Margie McHugh: Talking E Pluribus Unum Prizes

November 21st, 2011

Margie McHugh is the Co-Director of the Migration Policy Institute’s National Center on Immigrant Integration Policy. The Centre coordinates the E Pluribus Unum Prizes, an American awards program that provides four $50,000 prizes annually to exceptional initiatives that promote immigrant integration.

Tell us about the development of the E Pluribus Unum Prizes?

The Migration Policy Institute’s National Centre on Immigrant Integration Policy opened in February 2007 and we announced the prizes in 2008. We created the Centre with the idea of building a more knowledge-driven field. We realized that part of the work is to create a more public profile for immigrant integration policies and practices. We need to provide people with concrete examples of what we are talking about when we even use the words immigrant integration, because in the US it really had not been a term or a concept used outside of academic circles

To create a more coherent and knowledge driven field, we have to popularize the idea of immigrant integration. The E Pluribus Unum Prize is a means of accomplishing several goals at once: raise the profile of immigrant integration issues on a national stage; provide people with an image and practical sense of what integration means; and help us convey the diversity of the field. The truth is that immigrant integration is not one unified policy field but a sub-field across several dozen existing policy fields. It’s a great challenge to convey all of that diversity. The prizes, through the generosity of the JM Kaplan Fund, allow us to honor several organizations each year and then build out the public profile of the extent of the issues and policy that immigrant integration touches on.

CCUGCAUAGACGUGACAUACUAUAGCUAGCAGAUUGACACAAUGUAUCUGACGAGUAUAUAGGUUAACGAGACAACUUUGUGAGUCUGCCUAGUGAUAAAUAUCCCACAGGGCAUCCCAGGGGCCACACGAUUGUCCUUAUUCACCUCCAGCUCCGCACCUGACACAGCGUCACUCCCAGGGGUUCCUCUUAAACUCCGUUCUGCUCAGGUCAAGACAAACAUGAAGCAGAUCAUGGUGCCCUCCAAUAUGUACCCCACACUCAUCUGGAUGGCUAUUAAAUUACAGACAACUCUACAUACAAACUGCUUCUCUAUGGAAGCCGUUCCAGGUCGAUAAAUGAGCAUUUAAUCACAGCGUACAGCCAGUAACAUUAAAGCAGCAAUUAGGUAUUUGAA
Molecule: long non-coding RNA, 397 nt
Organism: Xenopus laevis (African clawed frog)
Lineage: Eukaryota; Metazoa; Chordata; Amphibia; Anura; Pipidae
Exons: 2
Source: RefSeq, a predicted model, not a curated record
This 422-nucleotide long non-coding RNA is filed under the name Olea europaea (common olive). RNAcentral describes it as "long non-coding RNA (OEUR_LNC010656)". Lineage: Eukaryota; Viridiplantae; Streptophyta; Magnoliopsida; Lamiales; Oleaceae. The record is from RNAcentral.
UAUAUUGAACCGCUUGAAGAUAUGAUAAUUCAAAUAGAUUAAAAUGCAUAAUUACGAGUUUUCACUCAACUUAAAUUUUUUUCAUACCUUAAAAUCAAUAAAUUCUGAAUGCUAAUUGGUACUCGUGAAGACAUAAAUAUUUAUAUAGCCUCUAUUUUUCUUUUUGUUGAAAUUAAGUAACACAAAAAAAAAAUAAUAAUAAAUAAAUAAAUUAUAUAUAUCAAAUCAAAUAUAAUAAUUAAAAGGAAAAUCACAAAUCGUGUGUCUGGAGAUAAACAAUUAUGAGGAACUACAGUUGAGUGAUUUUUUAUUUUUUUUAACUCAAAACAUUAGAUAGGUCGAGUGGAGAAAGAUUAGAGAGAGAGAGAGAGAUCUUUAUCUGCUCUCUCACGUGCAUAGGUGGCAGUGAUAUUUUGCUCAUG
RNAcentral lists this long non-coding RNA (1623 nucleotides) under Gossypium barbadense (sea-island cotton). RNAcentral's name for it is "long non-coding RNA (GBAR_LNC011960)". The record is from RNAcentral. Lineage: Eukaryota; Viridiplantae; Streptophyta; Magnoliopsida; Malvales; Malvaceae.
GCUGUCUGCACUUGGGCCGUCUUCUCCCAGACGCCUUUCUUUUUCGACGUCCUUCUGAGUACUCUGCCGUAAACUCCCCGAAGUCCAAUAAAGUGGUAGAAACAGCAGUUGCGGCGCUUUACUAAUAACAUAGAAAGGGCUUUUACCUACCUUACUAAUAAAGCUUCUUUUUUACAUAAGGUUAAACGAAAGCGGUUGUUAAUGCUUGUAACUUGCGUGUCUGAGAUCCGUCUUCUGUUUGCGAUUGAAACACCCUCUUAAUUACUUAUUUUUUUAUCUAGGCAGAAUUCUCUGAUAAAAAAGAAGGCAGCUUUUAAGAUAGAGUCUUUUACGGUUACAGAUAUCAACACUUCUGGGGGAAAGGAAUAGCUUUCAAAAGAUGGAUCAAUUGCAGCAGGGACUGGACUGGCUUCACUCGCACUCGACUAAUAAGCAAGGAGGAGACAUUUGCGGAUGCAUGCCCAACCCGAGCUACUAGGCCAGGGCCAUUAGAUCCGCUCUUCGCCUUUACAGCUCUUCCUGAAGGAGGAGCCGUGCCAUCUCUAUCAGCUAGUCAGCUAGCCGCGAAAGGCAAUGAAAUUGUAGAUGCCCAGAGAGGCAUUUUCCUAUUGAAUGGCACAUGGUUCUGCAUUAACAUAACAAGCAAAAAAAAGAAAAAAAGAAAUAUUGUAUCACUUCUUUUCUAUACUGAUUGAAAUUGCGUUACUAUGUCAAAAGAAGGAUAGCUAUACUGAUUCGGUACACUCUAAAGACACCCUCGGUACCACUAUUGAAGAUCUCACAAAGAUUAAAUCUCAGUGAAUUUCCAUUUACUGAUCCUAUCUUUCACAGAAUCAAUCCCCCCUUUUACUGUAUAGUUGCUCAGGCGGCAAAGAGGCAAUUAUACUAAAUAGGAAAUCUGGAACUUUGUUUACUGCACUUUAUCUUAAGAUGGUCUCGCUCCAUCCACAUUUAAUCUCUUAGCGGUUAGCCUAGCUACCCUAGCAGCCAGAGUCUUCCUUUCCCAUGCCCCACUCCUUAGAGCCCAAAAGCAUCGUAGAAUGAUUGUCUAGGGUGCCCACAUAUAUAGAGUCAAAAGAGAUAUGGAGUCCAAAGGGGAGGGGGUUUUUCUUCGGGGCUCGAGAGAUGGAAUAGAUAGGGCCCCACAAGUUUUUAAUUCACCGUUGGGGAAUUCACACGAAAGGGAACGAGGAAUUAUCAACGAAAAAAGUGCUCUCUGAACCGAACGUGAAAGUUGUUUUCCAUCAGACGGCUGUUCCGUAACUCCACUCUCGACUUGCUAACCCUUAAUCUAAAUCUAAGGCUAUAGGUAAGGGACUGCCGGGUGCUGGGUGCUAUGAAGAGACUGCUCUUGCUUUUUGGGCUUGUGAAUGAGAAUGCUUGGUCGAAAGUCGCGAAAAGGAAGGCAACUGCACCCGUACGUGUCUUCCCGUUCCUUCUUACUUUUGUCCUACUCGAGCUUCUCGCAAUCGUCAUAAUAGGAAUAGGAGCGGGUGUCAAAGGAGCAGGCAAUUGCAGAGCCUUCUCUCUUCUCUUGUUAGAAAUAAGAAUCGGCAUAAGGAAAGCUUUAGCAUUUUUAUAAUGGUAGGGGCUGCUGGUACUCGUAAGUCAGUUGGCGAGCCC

Why does showcasing practice matter?

At its most basic, showcasing practice matters because people learn most quickly by hearing stories and seeing real-world examples. Sharing a story about people in an organization is a much more effective way of conveying a package of information than asking people to read a series of reports. It creates an ‘a-ha’ moment where people say, ‘So, that’s what we need to be thinking about!’

The prizes are a component of a much larger set of policy and program efforts at our Center on Immigration Integration Policy. The prizes program sits within a larger body of comparative research and policy analysis that simultaneously is building knowledge about immigrant integration policy and practices. It contributes immensely to our other work – it makes it more real, it gives people ideas, it engages other stakeholders, but it’s not meant to be a shortcut to a policy prescription. It’s meant to highlight implications for policy and practice.

What can policy-makers learn from this work?

In undertaking the awards, we’ve been cautious about suggesting that winning practices can simply be parachuted in to address a similar need in other parts of the country. Some practices may sound similar and be vastly different. As a research and policy organization, we know it is not as simple process. But we hope that elements of the winning initiatives – the thinking around creative solutions – will be exciting, relevant, and be a guide to better integration practice.